• Fund manager. The quality of the fund manager can make a significant difference in how well an alternative fund performs over time. Taking a look at the fund manager’s background, experience and investment style can give you an idea of what you can expect if you choose to invest.
  • Fund holdings and objectives. Lastly, look at what’s actually inside the fund and how it invests to make sure it’s aligned with your goals. If you’re interested in a real estate fund, for example, consider what type of properties the fund invests in and where they’re located. There can be a big difference between investing in a global real estate fund and a U.S.-focused real estate fund so it’s important to understand what you’re investing in as much as possible.

The Bottom Line

Alternative funds could be a useful addition to your portfolio if you’re looking for ways to diversify. But investing in them could mean increasing your portfolio’s overall risk profile. Before taking a chance on alternative funds, be sure to do your homework to understand what it is you’re investing in and how it may help you achieve your investment goals.

Tips for Investing

  • Consider talking to a financial advisor about whether investing in alternative funds makes sense for your financial plan. If you don’t have a financial advisor yet, finding one doesn’t have to be difficult. SmartAsset’s free tool can match you with financial advisors in your local area in five minutes. If you’re ready to be matched with local advisors who can help you achieve your financial goals, get started now.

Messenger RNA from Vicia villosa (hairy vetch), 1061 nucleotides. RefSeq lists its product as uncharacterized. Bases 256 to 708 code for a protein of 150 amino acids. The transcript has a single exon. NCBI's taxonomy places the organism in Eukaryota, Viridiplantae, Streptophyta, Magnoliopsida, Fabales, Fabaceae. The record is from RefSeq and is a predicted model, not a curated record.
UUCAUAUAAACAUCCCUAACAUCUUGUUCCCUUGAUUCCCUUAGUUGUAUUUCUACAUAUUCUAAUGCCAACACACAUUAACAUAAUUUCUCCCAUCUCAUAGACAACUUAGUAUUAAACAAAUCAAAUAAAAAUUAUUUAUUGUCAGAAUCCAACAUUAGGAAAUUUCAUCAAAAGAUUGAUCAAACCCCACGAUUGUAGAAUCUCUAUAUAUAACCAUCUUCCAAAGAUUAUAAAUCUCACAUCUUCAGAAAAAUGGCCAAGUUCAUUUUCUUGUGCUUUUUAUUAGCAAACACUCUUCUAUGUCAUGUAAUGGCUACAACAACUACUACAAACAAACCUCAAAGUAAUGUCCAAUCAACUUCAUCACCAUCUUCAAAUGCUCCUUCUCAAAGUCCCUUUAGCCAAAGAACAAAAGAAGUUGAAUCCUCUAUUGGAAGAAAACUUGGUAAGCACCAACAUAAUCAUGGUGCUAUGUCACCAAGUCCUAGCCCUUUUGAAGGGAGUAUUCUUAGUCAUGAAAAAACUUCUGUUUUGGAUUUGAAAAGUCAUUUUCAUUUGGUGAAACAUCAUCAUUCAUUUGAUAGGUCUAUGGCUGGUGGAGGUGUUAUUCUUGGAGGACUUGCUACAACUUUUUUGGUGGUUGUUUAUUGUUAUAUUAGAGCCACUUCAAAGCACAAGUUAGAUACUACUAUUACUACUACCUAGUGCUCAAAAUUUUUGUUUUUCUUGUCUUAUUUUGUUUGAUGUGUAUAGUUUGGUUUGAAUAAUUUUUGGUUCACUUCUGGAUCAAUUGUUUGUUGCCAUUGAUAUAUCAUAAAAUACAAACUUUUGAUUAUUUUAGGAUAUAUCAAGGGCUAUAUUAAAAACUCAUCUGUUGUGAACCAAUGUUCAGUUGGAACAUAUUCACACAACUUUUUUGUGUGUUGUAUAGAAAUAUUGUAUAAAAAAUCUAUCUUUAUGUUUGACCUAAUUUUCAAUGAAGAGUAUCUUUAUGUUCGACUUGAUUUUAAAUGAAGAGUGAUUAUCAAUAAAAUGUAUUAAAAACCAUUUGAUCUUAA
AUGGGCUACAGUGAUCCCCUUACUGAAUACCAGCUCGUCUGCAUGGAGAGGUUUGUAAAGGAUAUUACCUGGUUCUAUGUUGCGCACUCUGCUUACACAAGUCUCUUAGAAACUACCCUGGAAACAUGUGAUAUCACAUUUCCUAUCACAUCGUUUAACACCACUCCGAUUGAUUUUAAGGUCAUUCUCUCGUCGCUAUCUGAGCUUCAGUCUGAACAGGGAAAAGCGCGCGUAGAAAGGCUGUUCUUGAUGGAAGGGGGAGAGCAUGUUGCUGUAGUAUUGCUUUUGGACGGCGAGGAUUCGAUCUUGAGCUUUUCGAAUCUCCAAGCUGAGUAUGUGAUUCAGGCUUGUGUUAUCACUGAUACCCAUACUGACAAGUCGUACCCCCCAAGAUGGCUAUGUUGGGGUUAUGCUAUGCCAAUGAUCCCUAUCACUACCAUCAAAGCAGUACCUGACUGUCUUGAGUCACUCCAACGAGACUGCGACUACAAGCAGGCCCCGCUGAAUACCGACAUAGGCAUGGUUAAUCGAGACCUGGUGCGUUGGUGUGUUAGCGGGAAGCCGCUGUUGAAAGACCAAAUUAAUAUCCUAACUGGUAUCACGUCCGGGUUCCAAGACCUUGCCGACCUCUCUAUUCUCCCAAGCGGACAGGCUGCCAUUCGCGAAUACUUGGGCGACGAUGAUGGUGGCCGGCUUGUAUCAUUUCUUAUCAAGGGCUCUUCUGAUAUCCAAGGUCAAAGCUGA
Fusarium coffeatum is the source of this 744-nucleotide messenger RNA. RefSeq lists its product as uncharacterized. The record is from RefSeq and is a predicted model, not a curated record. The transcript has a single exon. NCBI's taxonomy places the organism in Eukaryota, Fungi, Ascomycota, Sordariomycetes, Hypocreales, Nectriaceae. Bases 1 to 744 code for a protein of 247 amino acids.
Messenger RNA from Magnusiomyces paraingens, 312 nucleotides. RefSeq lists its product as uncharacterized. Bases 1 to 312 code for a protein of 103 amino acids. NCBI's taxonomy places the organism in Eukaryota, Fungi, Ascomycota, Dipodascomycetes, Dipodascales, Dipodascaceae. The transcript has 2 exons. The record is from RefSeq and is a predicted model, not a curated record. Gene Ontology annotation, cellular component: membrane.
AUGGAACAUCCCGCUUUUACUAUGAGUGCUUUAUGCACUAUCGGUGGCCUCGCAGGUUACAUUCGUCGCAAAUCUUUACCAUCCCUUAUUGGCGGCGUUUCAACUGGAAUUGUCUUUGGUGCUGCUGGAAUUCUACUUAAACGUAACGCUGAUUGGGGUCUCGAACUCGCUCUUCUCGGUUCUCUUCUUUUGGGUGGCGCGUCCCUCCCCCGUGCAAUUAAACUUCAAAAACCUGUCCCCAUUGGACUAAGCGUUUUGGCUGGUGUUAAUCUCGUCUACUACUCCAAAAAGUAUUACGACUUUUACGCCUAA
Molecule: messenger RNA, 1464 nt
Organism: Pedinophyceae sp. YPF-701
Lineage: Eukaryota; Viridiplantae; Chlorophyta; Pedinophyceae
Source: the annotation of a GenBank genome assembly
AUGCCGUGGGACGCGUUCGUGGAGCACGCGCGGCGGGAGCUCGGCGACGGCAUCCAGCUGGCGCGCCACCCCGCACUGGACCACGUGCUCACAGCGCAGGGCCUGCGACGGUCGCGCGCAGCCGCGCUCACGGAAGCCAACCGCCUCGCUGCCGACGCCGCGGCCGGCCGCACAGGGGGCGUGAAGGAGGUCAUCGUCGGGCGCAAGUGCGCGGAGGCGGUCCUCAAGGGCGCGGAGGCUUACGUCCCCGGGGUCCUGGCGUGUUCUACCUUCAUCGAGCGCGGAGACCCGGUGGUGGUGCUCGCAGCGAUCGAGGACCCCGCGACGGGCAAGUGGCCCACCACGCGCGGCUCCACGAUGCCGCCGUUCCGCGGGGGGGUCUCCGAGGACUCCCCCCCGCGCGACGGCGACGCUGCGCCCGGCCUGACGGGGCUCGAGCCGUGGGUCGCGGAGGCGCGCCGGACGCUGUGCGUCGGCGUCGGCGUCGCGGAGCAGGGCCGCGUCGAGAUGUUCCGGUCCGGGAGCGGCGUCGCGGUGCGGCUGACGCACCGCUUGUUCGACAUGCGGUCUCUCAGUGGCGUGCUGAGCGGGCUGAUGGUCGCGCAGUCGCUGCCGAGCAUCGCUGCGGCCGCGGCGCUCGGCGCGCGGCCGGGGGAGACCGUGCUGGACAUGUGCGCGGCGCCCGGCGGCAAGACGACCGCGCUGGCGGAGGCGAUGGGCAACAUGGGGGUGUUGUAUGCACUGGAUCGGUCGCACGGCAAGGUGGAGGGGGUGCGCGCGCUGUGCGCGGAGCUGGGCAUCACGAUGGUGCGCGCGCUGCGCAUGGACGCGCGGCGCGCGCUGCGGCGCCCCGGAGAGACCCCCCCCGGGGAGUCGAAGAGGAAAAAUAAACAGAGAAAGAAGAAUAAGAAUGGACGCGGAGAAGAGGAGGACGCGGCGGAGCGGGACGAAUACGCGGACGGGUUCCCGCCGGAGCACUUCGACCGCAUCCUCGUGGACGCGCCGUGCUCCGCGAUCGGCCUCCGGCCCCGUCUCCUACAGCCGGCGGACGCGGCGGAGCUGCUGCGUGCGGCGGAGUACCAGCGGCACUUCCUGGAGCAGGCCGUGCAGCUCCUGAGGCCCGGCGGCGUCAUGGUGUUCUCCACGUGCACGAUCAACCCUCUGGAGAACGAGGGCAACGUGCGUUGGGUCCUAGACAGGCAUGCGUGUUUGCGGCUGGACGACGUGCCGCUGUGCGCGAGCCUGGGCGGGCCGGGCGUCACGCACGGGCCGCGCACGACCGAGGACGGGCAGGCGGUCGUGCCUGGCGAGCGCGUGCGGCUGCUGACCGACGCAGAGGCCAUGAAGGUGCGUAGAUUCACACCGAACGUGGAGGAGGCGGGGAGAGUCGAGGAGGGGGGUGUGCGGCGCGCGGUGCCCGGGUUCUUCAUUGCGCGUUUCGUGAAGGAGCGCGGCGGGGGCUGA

• Understanding your risk tolerance and investing goals is a key part of any long-term financial strategy. Also, an investment calculator will help you to better visualize your goals and preferences.

Photo credit: ©iStock.com/sefa ozel, ©iStock.com/kate_sept2004, ©iStock.com/Gajus

Rebecca Lake Rebecca Lake is a retirement, investing and estate planning expert who has been writing about personal finance for a decade. Her expertise in the finance niche also extends to home buying, credit cards, banking and small business. She's worked directly with several major financial and insurance brands, including Citibank, Discover and AIG and her writing has appeared online at U.S. News and World Report, CreditCards.com and Investopedia. Rebecca is a graduate of the University of South Carolina and she also attended Charleston Southern University as a graduate student. Originally from central Virginia, she now lives on the North Carolina coast along with her two children.